Nvidia launches NVS 300 for multi-display enterprise setups

By on December 2, 2010, 2:50 PM
Nvidia has introduced a new graphics card to its NVS enterprise line, which emphasizes low power consumption and support for multi-display configurations. The Quadro NVS 300 operates 25% more efficiently than the NVS 295, which translates to 5.5W less power consumed. That's quite a savings when you consider the NVS 295 has a maximum consumption of only 23W. Thanks to its sub-18W TDP, the low-profile card is passively cooled, so it should be about as quiet as GPUs get.

That also means it carries relatively modest specs, including 16 stream processors and 512MB of DDR3 RAM with a 64-bit memory interface. In other words, no, it can't run Crysis. However, the NVS 300 comes in both PCIe X1 and X16 configurations, and it can drive up to two displays over DVI-I, VGA and DisplayPort via one DMS59 connector. Each interface maxes out at a different resolution. The card can pump up to 1920x1200 pixels via DVI-I, 2048x1536 via VGA, and 2560x1600 over DisplayPort.

Nvidia says its Mosaic technology (which requires Windows 7) can scale the Windows taskbar or any application across up to eight displays, but we assume that can't be done with a single card as the product page clearly says that each board only supports two screens. We've requested more information and we'll update this post if we hear back. In the meantime, businesses located in the US, Europe and elsewhere around the globe should be able to purchase the NVS 300 for about $149.

Update: Nvidia has confirmed that each NVS 300 only supports two displays. Four cards are required to drive eight displays.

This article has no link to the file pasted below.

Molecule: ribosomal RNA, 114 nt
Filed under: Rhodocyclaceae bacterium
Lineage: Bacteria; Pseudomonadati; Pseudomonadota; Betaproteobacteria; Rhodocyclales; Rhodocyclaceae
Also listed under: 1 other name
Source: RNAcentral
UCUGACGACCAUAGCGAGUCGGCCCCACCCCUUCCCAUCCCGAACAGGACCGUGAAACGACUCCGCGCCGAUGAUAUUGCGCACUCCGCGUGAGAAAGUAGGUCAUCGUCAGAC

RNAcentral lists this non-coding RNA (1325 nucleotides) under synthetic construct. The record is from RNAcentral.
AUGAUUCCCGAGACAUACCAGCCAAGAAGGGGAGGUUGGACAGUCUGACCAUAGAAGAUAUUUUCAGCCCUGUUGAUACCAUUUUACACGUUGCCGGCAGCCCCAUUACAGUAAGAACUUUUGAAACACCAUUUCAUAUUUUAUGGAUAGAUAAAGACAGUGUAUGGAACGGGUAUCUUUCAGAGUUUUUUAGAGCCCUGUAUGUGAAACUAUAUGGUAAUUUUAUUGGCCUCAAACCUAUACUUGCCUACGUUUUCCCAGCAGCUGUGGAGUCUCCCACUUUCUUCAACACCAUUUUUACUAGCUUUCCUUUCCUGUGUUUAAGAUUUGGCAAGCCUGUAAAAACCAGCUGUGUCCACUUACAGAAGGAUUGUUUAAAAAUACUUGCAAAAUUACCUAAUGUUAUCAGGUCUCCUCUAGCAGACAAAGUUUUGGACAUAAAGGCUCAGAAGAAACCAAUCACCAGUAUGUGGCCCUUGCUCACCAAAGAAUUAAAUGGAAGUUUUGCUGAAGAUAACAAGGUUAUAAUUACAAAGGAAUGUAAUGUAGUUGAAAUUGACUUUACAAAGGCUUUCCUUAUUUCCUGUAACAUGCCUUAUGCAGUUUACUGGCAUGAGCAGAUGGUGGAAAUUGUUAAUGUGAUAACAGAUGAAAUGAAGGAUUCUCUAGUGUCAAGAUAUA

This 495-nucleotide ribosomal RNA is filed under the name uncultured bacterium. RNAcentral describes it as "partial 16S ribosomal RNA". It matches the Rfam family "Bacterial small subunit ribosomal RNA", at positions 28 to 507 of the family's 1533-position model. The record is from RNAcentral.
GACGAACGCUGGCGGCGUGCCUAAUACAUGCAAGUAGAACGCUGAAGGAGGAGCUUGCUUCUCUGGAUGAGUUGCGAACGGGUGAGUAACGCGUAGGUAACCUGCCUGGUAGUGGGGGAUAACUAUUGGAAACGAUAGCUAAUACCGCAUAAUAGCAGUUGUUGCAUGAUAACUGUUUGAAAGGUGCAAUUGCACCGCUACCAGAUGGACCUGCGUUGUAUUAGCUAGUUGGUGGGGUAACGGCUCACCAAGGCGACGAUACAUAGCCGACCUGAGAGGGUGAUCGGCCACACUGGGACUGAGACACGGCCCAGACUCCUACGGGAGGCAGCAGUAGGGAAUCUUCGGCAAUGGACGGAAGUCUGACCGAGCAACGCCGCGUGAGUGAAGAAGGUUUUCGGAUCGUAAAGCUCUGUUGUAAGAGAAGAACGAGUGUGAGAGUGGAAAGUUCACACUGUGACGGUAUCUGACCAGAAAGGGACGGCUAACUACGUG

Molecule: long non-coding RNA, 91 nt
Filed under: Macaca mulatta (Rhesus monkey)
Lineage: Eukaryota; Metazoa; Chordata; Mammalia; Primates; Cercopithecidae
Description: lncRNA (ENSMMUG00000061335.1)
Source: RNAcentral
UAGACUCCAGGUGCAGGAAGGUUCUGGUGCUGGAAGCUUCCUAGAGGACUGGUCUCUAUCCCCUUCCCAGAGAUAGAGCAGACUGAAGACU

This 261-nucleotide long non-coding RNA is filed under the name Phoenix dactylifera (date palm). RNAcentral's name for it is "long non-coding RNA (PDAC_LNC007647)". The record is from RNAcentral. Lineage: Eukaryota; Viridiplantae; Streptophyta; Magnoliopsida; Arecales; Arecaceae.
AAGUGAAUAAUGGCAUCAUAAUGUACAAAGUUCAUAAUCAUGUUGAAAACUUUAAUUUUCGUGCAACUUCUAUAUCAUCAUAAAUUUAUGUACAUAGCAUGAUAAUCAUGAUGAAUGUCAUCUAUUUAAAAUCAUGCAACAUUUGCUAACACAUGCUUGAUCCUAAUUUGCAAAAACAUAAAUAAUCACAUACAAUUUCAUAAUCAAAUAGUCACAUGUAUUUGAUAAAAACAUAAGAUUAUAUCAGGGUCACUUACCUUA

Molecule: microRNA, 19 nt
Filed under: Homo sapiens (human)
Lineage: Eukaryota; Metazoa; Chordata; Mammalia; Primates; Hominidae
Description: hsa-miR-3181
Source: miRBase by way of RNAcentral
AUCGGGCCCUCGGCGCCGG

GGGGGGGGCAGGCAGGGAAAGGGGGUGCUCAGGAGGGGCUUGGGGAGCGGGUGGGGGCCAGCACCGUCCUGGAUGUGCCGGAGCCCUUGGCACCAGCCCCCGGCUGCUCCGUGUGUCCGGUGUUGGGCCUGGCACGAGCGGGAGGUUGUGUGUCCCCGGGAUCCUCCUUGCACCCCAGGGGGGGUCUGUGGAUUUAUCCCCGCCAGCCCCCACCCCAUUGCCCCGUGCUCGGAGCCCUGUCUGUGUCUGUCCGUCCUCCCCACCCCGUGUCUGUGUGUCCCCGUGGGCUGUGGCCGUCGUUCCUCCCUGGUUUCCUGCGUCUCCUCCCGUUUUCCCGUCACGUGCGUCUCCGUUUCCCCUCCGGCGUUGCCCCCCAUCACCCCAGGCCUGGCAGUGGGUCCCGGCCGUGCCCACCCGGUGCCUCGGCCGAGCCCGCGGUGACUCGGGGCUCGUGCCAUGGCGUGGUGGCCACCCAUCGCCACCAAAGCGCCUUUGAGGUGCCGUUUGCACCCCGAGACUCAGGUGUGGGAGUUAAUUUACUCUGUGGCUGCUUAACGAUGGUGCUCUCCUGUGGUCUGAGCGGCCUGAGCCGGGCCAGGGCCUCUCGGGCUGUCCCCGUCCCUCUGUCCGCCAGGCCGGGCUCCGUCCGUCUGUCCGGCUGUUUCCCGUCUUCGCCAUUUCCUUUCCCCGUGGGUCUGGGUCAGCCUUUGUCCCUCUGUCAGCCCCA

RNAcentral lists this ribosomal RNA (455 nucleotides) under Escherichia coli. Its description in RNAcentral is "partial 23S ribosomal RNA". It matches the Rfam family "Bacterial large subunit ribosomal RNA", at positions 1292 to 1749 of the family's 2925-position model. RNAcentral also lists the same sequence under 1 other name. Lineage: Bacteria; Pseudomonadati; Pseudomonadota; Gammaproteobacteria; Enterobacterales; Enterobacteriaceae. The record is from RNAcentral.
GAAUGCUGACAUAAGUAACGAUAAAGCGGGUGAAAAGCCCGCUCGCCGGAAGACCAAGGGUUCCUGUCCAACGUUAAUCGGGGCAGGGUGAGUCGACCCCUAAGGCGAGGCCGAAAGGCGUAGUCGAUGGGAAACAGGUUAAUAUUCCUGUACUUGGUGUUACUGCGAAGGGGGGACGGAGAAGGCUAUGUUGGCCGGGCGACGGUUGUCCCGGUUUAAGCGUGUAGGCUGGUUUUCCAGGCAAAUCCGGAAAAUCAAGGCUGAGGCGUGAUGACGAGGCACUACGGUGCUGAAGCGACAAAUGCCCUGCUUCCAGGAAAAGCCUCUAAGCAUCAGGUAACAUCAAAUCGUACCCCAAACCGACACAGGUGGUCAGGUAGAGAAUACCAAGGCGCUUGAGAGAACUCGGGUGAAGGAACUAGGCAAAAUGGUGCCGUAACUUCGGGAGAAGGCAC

User Comments: 5

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lchu12 lchu12 said:

Nice...will definitely keep this card in mind.

KG363 KG363 said:

but can it run crysis...........warhead?

TeamworkGuy2 said:

Why are enterprise video cards always so expensive?

Sounds like similar specs and power consumption to a HD 4550 or HD 5450...

madboyv1, TechSpot Paladin, said:

kg363 said:

but can it run crysis...........warhead?

If I knew you I'd hit you. =p

dividebyzero dividebyzero, trainee n00b, said:

Why are enterprise video cards always so expensive?

Drivers are another level up from desktop boards. Workstation/HPC/business cards usually have 24/7 support -which is at a much higher level than any gaming card- factored into it's pricing.

The cards are designed for display monitors, multi screen security camera operations and business enviroments in general. The $149 pricetag doesn't mean as much when taxation allowances ( inc depreciation) and general business expenditure substitute for an individuals hard-earned cash.

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